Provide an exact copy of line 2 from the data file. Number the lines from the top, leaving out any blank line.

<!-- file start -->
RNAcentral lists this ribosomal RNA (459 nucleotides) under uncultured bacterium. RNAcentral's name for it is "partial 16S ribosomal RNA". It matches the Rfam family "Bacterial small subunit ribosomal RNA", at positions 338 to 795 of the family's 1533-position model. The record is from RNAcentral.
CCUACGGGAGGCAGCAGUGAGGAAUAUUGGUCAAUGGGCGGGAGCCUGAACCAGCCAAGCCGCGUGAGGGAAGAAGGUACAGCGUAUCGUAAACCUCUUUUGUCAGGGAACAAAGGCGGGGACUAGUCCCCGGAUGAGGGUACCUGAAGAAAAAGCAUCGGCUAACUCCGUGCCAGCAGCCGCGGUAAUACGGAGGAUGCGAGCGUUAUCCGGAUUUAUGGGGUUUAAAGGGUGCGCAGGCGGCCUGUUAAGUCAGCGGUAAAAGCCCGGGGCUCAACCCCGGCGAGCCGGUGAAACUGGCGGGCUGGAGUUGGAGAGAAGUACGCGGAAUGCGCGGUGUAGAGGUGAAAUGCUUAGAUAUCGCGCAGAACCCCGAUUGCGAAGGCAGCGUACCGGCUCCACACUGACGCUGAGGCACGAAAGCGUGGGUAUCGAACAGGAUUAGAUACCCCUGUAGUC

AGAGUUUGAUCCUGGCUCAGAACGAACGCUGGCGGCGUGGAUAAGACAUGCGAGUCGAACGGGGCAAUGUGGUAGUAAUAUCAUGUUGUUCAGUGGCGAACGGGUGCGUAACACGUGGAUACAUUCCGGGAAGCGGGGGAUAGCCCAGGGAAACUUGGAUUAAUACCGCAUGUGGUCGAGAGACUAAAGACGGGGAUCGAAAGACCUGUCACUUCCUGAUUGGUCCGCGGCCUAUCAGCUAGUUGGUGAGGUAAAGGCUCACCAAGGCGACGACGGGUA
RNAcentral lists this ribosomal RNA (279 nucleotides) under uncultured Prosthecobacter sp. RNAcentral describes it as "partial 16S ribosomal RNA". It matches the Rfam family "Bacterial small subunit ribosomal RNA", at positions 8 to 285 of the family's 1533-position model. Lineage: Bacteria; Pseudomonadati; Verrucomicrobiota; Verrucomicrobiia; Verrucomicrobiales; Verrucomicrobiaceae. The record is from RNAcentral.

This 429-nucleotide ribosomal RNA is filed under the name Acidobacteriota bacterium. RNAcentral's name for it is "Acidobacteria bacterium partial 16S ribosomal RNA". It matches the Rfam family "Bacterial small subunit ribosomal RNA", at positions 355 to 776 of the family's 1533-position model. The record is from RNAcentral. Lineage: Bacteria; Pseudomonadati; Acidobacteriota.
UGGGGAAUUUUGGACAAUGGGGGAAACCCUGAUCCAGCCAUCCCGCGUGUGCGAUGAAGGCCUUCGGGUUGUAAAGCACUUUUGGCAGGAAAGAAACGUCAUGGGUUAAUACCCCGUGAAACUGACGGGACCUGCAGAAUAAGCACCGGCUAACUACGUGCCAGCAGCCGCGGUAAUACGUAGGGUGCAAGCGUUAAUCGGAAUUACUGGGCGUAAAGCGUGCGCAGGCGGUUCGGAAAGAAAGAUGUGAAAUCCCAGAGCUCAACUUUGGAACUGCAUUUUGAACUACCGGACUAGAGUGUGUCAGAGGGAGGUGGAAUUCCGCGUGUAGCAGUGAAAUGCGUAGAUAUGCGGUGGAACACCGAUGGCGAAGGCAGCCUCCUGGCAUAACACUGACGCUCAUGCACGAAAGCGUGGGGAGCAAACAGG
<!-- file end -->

CCUACGGGAGGCAGCAGUGAGGAAUAUUGGUCAAUGGGCGGGAGCCUGAACCAGCCAAGCCGCGUGAGGGAAGAAGGUACAGCGUAUCGUAAACCUCUUUUGUCAGGGAACAAAGGCGGGGACUAGUCCCCGGAUGAGGGUACCUGAAGAAAAAGCAUCGGCUAACUCCGUGCCAGCAGCCGCGGUAAUACGGAGGAUGCGAGCGUUAUCCGGAUUUAUGGGGUUUAAAGGGUGCGCAGGCGGCCUGUUAAGUCAGCGGUAAAAGCCCGGGGCUCAACCCCGGCGAGCCGGUGAAACUGGCGGGCUGGAGUUGGAGAGAAGUACGCGGAAUGCGCGGUGUAGAGGUGAAAUGCUUAGAUAUCGCGCAGAACCCCGAUUGCGAAGGCAGCGUACCGGCUCCACACUGACGCUGAGGCACGAAAGCGUGGGUAUCGAACAGGAUUAGAUACCCCUGUAGUC